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'He thought he was going to die': Family of teen mistakenly arrested demands accountability

Last Updated Apr 5, 2021 at 11:03 pm EDT

A Black teen was mistakenly arrested in a coordinated takedown by Peel Regional Police and Toronto Police on March 31. They believed he was a suspect wanted for an abduction in Peel region and a murder in Toronto. Credit: David Bosveld.

A run-of-the-mill trip to McDonald’s turned into a traumatic experience for a Black teen due to what police call a regrettable “mistake.”

On March 31, David Bosveld’s 17-year-old godson got into a car that was rented by his friend and was driving in the area of Don Mills Road and Finch Avenue when he suddenly became the subject of a “really dynamic takedown.”

“He was rammed and boxed-in by some unmarked police vehicles” says Bosveld. “They smashed a window, fired flash-bangs into the car, dragged him out of the car face-first on the pavement, handcuffed.”

In a statement posted Monday, Peel Regional Police said the boy was mistaken for kidnapping suspect Kwami Garwood, who is also wanted by Toronto Police for an unrelated murder in July 2020.

They said a coordinated takedown was planned by the two police forces, believing it would be a high-risk arrest, as Garwood is believed to be armed and dangerous.”

RELATED: Police say woman in alleged Brampton kidnapping found, suspect not located yet

“Our job is to keep the community safe. Operating on the belief the individual in the car was the suspect Mr. Garwood, we had a duty to act,” the statement reads, adding that no one was seriously hurt. “Regrettably, the male in the vehicle was ultimately deemed not to be Mr. Garwood.”

Bosveld says his godson, who is not being named because he is a minor, suffered a leg injury, cuts and lacerations to the face along with a sore back and neck in the incident. He was taken to hospital in handcuffs, despite telling police his name and complying with all their instructions. The handcuffs were not removed until X-rays needed to be performed.

“He is traumatized. He thought he was going to die in this incident,” said Bosveld.

According to Bosveld, police did not call the boy’s mother despite him asking for her multiple times and it was the hospital that finally contacted her. When she arrived at the hospital, Bosveld says a Peel police officer began questioning her even before she found out anything about her son.

“The Peel police officer proceeded to try to pump her for information about the suspect that they were looking for, before even giving her information about the condition of her child.” he said.

Bosveld said even after police learned the boy’s true identity, they were not forthcoming with what went wrong.

“They should have been apologetic, but instead they proceeded to file charges related to the fact that he wasn’t supposed to be driving the car [rented by his friend],” he said. “He has a condition that doesn’t allow him to be behind the wheel of a car. That ultimately resulted in a charge of breach of recognizance for breaching that condition.”

Bosveld says his godson is confused about the consequences of his decision to drive the car and the life-threatening situation that he encountered as a result of that decision.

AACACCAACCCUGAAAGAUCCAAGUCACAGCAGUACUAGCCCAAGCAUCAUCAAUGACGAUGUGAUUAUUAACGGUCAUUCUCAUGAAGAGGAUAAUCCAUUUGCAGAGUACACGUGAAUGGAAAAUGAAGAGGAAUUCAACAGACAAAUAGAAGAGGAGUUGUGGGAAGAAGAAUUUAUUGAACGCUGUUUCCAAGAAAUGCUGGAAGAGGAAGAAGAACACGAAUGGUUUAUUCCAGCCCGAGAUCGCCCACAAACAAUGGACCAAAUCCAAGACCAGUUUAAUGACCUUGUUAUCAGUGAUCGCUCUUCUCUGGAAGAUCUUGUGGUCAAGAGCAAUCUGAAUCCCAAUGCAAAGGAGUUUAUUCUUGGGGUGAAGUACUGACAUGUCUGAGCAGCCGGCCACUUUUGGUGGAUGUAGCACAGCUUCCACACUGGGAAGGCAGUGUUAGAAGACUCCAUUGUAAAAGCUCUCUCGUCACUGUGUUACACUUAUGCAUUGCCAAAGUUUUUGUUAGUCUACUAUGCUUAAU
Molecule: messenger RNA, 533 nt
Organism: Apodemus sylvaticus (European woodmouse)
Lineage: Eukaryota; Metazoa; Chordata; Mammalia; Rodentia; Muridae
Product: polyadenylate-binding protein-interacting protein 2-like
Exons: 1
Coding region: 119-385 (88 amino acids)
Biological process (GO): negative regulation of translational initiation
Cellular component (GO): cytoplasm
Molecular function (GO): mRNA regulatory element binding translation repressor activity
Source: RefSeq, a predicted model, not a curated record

“He is traumatized. He thought he was going to die in this incident,” adds Bosveld.

“Fortunately witnesses were there and they recorded what they could of it. They too were traumatized.”

Bosveld added that video circulating on social media is further traumatizing for the entire Black community in Toronto and Peel.

“Once again we are seeing a young boy, who is not a grown up, being attacked by a police department and profiled for a criminal that the police claimed is armed and dangerous,” said Bosveld.

The teen’s sister posted witness video of the incident on Twitter.

WARNING: this video contains language and content that may be disturbing to some viewers.

“This is a strong family, a proud family, a brave family. They want justice not only on their own behalves but on behalf of the entire Black community.”

Bosveld describes his godson as a “big teddy bear” and a “fun-loving kid” who, despite being scarred by this incident, is strong and resilient.

“He is supported by his family and the entire community and he is going to be ok,” said Bosveld. “We are happy to be having this conversation and that he is ok, because we know with Black children and Black adults, these situations don’t always turn out [like this].”

Bosveld says the family is asking for transparency, acknowledgement and accountability from the police.

“The community has been harmed by this. Anybody who loves and cares about this family is outraged,” said Bosveld.

He added that he hopes police will not further compound the issue by resisting attempts to get clear answers. He says proceeds from an online fundraiser set up for his godson will be used to secure counsel and get legal advice on next steps.

Bosveld also cited Peel police’s arrangement with the Ontario Human Right’s Commission under which they agree to be held accountable for abuses, misconduct and racial profiling and said they plan on invoking that process of accountability.

“Most importantly [we want to know], as police officers, why they’re not capable of looking at this boy and the pictures that they have of the suspect that they’re looking for and determining that these two people do not look similar and the only thing similar about their appearance is Black skin,” he added.

Peel Regional Police’s statement said “we regret this mistake and the distress this has caused this young man and his family.”

They say an internal review has been launched to “examine the events leading to this incident.”

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